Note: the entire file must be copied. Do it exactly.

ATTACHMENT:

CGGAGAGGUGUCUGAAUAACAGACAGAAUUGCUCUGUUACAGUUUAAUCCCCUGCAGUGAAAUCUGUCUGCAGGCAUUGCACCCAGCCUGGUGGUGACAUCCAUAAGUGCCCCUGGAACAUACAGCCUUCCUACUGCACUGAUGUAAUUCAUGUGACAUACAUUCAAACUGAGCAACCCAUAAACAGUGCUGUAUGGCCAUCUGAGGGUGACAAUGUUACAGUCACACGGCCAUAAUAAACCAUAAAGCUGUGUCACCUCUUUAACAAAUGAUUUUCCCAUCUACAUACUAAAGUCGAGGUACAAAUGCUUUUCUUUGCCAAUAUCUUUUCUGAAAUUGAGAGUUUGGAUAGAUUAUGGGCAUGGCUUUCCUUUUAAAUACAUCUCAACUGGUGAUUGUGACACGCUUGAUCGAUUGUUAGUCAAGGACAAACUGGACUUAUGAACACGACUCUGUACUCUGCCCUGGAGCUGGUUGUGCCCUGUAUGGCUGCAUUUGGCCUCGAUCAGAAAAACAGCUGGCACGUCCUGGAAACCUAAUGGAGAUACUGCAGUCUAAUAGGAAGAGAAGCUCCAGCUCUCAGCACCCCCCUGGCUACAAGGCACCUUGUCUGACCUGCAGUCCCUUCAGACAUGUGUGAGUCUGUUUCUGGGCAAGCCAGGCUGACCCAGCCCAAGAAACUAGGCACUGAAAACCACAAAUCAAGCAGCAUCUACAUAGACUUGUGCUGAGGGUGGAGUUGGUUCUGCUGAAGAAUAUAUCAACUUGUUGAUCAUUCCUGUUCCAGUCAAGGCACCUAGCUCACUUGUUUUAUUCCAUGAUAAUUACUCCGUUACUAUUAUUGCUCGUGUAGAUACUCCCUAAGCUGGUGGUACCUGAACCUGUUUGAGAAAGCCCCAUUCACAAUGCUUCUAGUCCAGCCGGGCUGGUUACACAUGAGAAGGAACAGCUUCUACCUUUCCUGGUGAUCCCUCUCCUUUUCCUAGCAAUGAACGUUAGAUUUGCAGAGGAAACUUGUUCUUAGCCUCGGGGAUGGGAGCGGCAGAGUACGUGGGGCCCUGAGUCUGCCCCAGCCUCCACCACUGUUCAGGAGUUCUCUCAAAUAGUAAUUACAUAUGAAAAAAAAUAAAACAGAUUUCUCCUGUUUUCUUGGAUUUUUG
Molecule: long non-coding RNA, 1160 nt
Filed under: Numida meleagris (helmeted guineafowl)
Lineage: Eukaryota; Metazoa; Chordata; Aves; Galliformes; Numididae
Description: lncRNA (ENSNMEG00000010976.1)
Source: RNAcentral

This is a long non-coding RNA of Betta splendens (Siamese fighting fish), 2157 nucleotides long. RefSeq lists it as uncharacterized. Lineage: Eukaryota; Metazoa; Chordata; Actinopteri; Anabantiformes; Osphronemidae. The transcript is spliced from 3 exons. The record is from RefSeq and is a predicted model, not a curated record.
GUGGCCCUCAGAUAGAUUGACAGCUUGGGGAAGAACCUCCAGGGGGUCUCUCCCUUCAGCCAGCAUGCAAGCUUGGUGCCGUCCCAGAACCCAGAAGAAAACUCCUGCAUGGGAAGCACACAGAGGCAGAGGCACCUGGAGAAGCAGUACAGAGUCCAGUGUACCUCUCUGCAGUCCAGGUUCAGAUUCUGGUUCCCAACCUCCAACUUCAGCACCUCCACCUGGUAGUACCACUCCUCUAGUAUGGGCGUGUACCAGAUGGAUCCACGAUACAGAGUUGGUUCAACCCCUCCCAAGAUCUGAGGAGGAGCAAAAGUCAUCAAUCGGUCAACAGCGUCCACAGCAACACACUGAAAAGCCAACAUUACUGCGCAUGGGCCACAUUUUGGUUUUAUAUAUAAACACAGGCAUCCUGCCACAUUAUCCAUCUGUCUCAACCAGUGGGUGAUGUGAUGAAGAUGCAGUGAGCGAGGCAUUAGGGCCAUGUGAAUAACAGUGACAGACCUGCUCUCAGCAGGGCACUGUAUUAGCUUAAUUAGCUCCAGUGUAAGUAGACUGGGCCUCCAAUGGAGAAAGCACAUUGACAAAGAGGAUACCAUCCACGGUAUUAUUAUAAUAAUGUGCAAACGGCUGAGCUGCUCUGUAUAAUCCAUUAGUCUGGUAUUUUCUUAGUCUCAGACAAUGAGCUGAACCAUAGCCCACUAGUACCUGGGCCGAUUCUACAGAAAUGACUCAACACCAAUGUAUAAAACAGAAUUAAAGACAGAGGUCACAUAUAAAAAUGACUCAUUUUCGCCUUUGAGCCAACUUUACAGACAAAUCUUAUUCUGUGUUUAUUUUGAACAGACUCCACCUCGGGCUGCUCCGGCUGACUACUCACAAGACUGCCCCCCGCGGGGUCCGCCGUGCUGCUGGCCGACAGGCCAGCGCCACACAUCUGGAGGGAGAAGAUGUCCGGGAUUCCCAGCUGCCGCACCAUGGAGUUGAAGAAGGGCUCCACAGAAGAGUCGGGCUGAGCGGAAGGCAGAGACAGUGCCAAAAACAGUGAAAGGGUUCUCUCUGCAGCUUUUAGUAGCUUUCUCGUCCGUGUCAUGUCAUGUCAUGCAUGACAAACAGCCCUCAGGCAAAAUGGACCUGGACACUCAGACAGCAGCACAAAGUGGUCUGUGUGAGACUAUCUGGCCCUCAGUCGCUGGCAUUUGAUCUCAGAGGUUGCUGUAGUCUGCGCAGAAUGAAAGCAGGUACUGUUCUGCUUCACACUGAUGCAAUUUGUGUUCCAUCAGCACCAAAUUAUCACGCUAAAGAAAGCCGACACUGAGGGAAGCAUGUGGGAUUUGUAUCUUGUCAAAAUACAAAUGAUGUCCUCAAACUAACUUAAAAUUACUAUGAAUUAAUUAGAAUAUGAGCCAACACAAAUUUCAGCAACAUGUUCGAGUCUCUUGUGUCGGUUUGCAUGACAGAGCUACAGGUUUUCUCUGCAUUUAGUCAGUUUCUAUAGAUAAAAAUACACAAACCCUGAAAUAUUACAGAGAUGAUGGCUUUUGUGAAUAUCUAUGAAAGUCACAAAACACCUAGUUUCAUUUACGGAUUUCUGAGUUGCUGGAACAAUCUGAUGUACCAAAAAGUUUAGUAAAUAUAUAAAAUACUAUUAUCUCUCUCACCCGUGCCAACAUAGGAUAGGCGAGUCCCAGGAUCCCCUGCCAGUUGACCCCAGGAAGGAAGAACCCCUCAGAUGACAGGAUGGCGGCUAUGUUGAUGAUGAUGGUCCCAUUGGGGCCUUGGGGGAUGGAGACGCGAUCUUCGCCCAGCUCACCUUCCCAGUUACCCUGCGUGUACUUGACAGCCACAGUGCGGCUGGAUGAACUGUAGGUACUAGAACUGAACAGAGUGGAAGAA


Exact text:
CGGAGAGGUGUCUGAAUAACAGACAGAAUUGCUCUGUUACAGUUUAAUCCCCUGCAGUGAAAUCUGUCUGCAGGCAUUGCACCCAGCCUGGUGGUGACAUCCAUAAGUGCCCCUGGAACAUACAGCCUUCCUACUGCACUGAUGUAAUUCAUGUGACAUACAUUCAAACUGAGCAACCCAUAAACAGUGCUGUAUGGCCAUCUGAGGGUGACAAUGUUACAGUCACACGGCCAUAAUAAACCAUAAAGCUGUGUCACCUCUUUAACAAAUGAUUUUCCCAUCUACAUACUAAAGUCGAGGUACAAAUGCUUUUCUUUGCCAAUAUCUUUUCUGAAAUUGAGAGUUUGGAUAGAUUAUGGGCAUGGCUUUCCUUUUAAAUACAUCUCAACUGGUGAUUGUGACACGCUUGAUCGAUUGUUAGUCAAGGACAAACUGGACUUAUGAACACGACUCUGUACUCUGCCCUGGAGCUGGUUGUGCCCUGUAUGGCUGCAUUUGGCCUCGAUCAGAAAAACAGCUGGCACGUCCUGGAAACCUAAUGGAGAUACUGCAGUCUAAUAGGAAGAGAAGCUCCAGCUCUCAGCACCCCCCUGGCUACAAGGCACCUUGUCUGACCUGCAGUCCCUUCAGACAUGUGUGAGUCUGUUUCUGGGCAAGCCAGGCUGACCCAGCCCAAGAAACUAGGCACUGAAAACCACAAAUCAAGCAGCAUCUACAUAGACUUGUGCUGAGGGUGGAGUUGGUUCUGCUGAAGAAUAUAUCAACUUGUUGAUCAUUCCUGUUCCAGUCAAGGCACCUAGCUCACUUGUUUUAUUCCAUGAUAAUUACUCCGUUACUAUUAUUGCUCGUGUAGAUACUCCCUAAGCUGGUGGUACCUGAACCUGUUUGAGAAAGCCCCAUUCACAAUGCUUCUAGUCCAGCCGGGCUGGUUACACAUGAGAAGGAACAGCUUCUACCUUUCCUGGUGAUCCCUCUCCUUUUCCUAGCAAUGAACGUUAGAUUUGCAGAGGAAACUUGUUCUUAGCCUCGGGGAUGGGAGCGGCAGAGUACGUGGGGCCCUGAGUCUGCCCCAGCCUCCACCACUGUUCAGGAGUUCUCUCAAAUAGUAAUUACAUAUGAAAAAAAAUAAAACAGAUUUCUCCUGUUUUCUUGGAUUUUUG
Molecule: long non-coding RNA, 1160 nt
Filed under: Numida meleagris (helmeted guineafowl)
Lineage: Eukaryota; Metazoa; Chordata; Aves; Galliformes; Numididae
Description: lncRNA (ENSNMEG00000010976.1)
Source: RNAcentral

This is a long non-coding RNA of Betta splendens (Siamese fighting fish), 2157 nucleotides long. RefSeq lists it as uncharacterized. Lineage: Eukaryota; Metazoa; Chordata; Actinopteri; Anabantiformes; Osphronemidae. The transcript is spliced from 3 exons. The record is from RefSeq and is a predicted model, not a curated record.
GUGGCCCUCAGAUAGAUUGACAGCUUGGGGAAGAACCUCCAGGGGGUCUCUCCCUUCAGCCAGCAUGCAAGCUUGGUGCCGUCCCAGAACCCAGAAGAAAACUCCUGCAUGGGAAGCACACAGAGGCAGAGGCACCUGGAGAAGCAGUACAGAGUCCAGUGUACCUCUCUGCAGUCCAGGUUCAGAUUCUGGUUCCCAACCUCCAACUUCAGCACCUCCACCUGGUAGUACCACUCCUCUAGUAUGGGCGUGUACCAGAUGGAUCCACGAUACAGAGUUGGUUCAACCCCUCCCAAGAUCUGAGGAGGAGCAAAAGUCAUCAAUCGGUCAACAGCGUCCACAGCAACACACUGAAAAGCCAACAUUACUGCGCAUGGGCCACAUUUUGGUUUUAUAUAUAAACACAGGCAUCCUGCCACAUUAUCCAUCUGUCUCAACCAGUGGGUGAUGUGAUGAAGAUGCAGUGAGCGAGGCAUUAGGGCCAUGUGAAUAACAGUGACAGACCUGCUCUCAGCAGGGCACUGUAUUAGCUUAAUUAGCUCCAGUGUAAGUAGACUGGGCCUCCAAUGGAGAAAGCACAUUGACAAAGAGGAUACCAUCCACGGUAUUAUUAUAAUAAUGUGCAAACGGCUGAGCUGCUCUGUAUAAUCCAUUAGUCUGGUAUUUUCUUAGUCUCAGACAAUGAGCUGAACCAUAGCCCACUAGUACCUGGGCCGAUUCUACAGAAAUGACUCAACACCAAUGUAUAAAACAGAAUUAAAGACAGAGGUCACAUAUAAAAAUGACUCAUUUUCGCCUUUGAGCCAACUUUACAGACAAAUCUUAUUCUGUGUUUAUUUUGAACAGACUCCACCUCGGGCUGCUCCGGCUGACUACUCACAAGACUGCCCCCCGCGGGGUCCGCCGUGCUGCUGGCCGACAGGCCAGCGCCACACAUCUGGAGGGAGAAGAUGUCCGGGAUUCCCAGCUGCCGCACCAUGGAGUUGAAGAAGGGCUCCACAGAAGAGUCGGGCUGAGCGGAAGGCAGAGACAGUGCCAAAAACAGUGAAAGGGUUCUCUCUGCAGCUUUUAGUAGCUUUCUCGUCCGUGUCAUGUCAUGUCAUGCAUGACAAACAGCCCUCAGGCAAAAUGGACCUGGACACUCAGACAGCAGCACAAAGUGGUCUGUGUGAGACUAUCUGGCCCUCAGUCGCUGGCAUUUGAUCUCAGAGGUUGCUGUAGUCUGCGCAGAAUGAAAGCAGGUACUGUUCUGCUUCACACUGAUGCAAUUUGUGUUCCAUCAGCACCAAAUUAUCACGCUAAAGAAAGCCGACACUGAGGGAAGCAUGUGGGAUUUGUAUCUUGUCAAAAUACAAAUGAUGUCCUCAAACUAACUUAAAAUUACUAUGAAUUAAUUAGAAUAUGAGCCAACACAAAUUUCAGCAACAUGUUCGAGUCUCUUGUGUCGGUUUGCAUGACAGAGCUACAGGUUUUCUCUGCAUUUAGUCAGUUUCUAUAGAUAAAAAUACACAAACCCUGAAAUAUUACAGAGAUGAUGGCUUUUGUGAAUAUCUAUGAAAGUCACAAAACACCUAGUUUCAUUUACGGAUUUCUGAGUUGCUGGAACAAUCUGAUGUACCAAAAAGUUUAGUAAAUAUAUAAAAUACUAUUAUCUCUCUCACCCGUGCCAACAUAGGAUAGGCGAGUCCCAGGAUCCCCUGCCAGUUGACCCCAGGAAGGAAGAACCCCUCAGAUGACAGGAUGGCGGCUAUGUUGAUGAUGAUGGUCCCAUUGGGGCCUUGGGGGAUGGAGACGCGAUCUUCGCCCAGCUCACCUUCCCAGUUACCCUGCGUGUACUUGACAGCCACAGUGCGGCUGGAUGAACUGUAGGUACUAGAACUGAACAGAGUGGAAGAA